The obvious way to solve this highway safety problem is for people never to drink alcohol and then drive. But what if people do? How much is “too much” if the driver plans to elrive? It’s a lot less than many might think. Although it depends on each person and situation, here is some general information on the problem. The Blood Alcohol Concentration (BAC) of someone who is drinking depends upon four things: 0 The amount of alcohol consumed 0 The drinker’s body weight


The amwnt of food that is consumed before and during drinking The length of time it has taken the drinker to consume the alcohol.


According to the Amefican Medical Association, a 180-lb. (82 kg) person who drinks three 12-ounce (355 ml) bottles of beer in an hour will end up with a BAC of about 0.06 percent. The person would reach the same BAC by drinking three 4-ounce (120 ml) glasses of wine or three mixed drinks if each had 1 - 1/2 ounces (45 d) of a liquor me whiskey, gin or vodka.


Since alcohol is carried in body water, this means that a woman generally will reach a higher BAC level than a man of her same body weight when each has the same number of drinks. The law in many U.S. states sets the legal limit at a BAC of 0.10 percent. In a growing number of U.S. states, and throughout Canada, the limit is 0.08 percent. In some for all other countries, it’s even lower. The BAC limit is 0.04 percent. commercial drivers in the United States The BAC will be over 0.10 percent after three to six drinks (in one hour). Of course, as we’ve seen, it depends on how much alcohol is quickly the person drinks them. But the ability to drive is affected well below a BAC of 0.10 percent. Research shows that the driving skills of many people aie impaired at a BAC approaching 0.05 percent, and that the effects are worse at night. All 0.05 percent. drivers are impaired at BAC levels above Statistics show that the chance of being in a collision increases sharply for drivers who have a BAC of 0.05 percent or above. A driver with a BAC level 0.06 percent has doubled his or her chance of having a collision. At a BAC level of 0.10 percent, the chance of this driver having a collision is 12 times greater; at a level of 0.15 percent, the chance is 25 times greater!


in the drinks, and how


of


4-3


It’s the amount of alcohol that counts. For example, if the same person drank three double martinis (3 ounces or 90 ml of liquor each) within an hour, the person’s BAC would be close to 0.12 percent. A person who consumes food just before or during drinking will have a somewhat lower BAC level. There is a gender difluence, too. Women generally have a lower relative percentage of body water than men.


The body takes about an hour to rid itself of the alcohol in one drink. No amount of coffee or number of cold showers will speed that up. “I’ll be careful” isn’t the right answer. What if there’s an emergency, a need to take sudden action, as when a child darts into the street? A person with even a moderate BAC might not be able to react quickly enough to avoid the collision. There’s something else about drinking and driving that many people don’t know. Medical research shows that alcohol in a person’s system can make crash injuries worse, especially injuries to the brain, spinal cord or heart. This means that when anyone who has been drinking -- driver or passenger --, is in a crash, that person’s chance of being killed or permanently disabled is higher than if the person had not been drinking.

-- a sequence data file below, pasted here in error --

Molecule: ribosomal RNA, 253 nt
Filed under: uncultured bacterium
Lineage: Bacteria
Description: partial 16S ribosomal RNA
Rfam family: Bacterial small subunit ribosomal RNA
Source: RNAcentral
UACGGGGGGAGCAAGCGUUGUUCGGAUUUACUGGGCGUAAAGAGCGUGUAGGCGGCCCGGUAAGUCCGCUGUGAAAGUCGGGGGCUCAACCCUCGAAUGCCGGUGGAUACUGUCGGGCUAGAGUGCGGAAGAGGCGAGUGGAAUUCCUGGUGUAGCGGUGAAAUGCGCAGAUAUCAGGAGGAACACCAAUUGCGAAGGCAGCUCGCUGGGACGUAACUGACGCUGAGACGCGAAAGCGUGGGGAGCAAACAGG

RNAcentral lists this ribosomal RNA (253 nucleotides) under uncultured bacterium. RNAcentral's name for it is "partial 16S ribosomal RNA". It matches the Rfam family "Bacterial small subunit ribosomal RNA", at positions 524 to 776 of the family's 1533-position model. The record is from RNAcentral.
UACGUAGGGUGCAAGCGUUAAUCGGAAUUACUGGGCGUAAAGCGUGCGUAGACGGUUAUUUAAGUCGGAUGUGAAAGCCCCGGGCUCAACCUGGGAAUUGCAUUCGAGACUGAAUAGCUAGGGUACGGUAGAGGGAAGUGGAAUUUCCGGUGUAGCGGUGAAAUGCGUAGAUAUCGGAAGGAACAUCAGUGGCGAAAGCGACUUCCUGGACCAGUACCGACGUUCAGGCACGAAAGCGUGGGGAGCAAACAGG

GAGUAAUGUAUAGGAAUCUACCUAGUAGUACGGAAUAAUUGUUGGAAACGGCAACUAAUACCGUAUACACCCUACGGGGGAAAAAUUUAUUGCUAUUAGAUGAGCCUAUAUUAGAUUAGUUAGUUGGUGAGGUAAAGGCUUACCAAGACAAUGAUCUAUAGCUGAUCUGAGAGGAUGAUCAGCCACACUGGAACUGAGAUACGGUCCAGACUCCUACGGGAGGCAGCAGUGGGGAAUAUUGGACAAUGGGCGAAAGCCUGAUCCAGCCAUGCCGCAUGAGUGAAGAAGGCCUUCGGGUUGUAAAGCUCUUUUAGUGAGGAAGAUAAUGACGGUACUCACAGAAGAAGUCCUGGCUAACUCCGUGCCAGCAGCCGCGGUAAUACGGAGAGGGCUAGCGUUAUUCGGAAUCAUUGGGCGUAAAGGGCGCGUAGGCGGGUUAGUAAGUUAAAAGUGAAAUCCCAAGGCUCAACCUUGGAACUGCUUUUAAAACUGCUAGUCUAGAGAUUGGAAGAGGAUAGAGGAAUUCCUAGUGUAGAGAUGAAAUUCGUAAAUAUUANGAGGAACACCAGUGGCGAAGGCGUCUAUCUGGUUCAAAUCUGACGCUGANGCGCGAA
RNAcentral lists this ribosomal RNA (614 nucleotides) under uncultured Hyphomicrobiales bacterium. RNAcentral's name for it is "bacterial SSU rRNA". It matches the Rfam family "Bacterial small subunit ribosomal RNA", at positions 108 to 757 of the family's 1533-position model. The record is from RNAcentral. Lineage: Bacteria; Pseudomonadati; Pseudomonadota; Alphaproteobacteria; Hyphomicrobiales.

Drinking and then driving is very dangerous. Your reflexes, perceptions, attentiveness and judgment can be affected by even a small amount of alcohol. You can have a serious -- or even fatal -- collision if you drive after drinking. Please don’t drink and drive or ride with a driver who has been drinking. ‘Ride home in a cab; or if you’re with a group, designate a driver who *.not drink.


4-4


Control of a Vehicle You have three systems that make your vehicle go where Braking action involves you want it to go. They are the brakes, the steering and the accelerator. All three systems have to do their work First, at the places where the tires meet the road.


Braking


reaction time.


perception time and


you have to decide to push on the brake


pedal. That’s perception time. Then you have to bring up your foot A d do it. That’s reaction time. Average reaction time is about 3/4 of a second. But that’s only an average. It might be less with one driver and as long as two or three seconds or more with another. Age, physical condition, alertness, coordination and eyesight all play a part. So do alcohol, drugs and frustration. But even in 3/4 of a second, a vehicle moving at 60 mph (100 h/h) travels 66 feet (20 m). That could be a lot of distance in an emergency, so keeping enough space between your vehicle and others is important. And, of course, actual stopping distances vary greatly with the surface of the road (whether it’s pavement or gravel); the condition of the road (wet, dry, icy); tire tread; and the condition of your brakes.


Sometimes, as when you’re driving on snow or ice, it’s easy to ask more of those control systems than the tires and road can provide. That means of your vehicle.


you can lose control


Avoid needless heavy braking. Some people drive in spurts -- heavy acceleration followed by heavy braking -- rather than keeping pace with traffic. This is a mistake. Your brakes may not have time to cool between hard stops. Your brakes will wear out much faster if you do a lot of heavy braking. If you keep pace with the traffic and allow realistic following distances, you will eliminate a lot of unnecessary braking. That means better braking and longer brake life. If your engine ever stops while you’re driving, brake normally but don’t pump your brakes. If you do, the pedal may get harder to push down. If your engine stops, you dill still have some power brake assist. But you will use it when you brake. Once the power assist is used up, it may take longer to stop and the brake pedal will be harder tol push.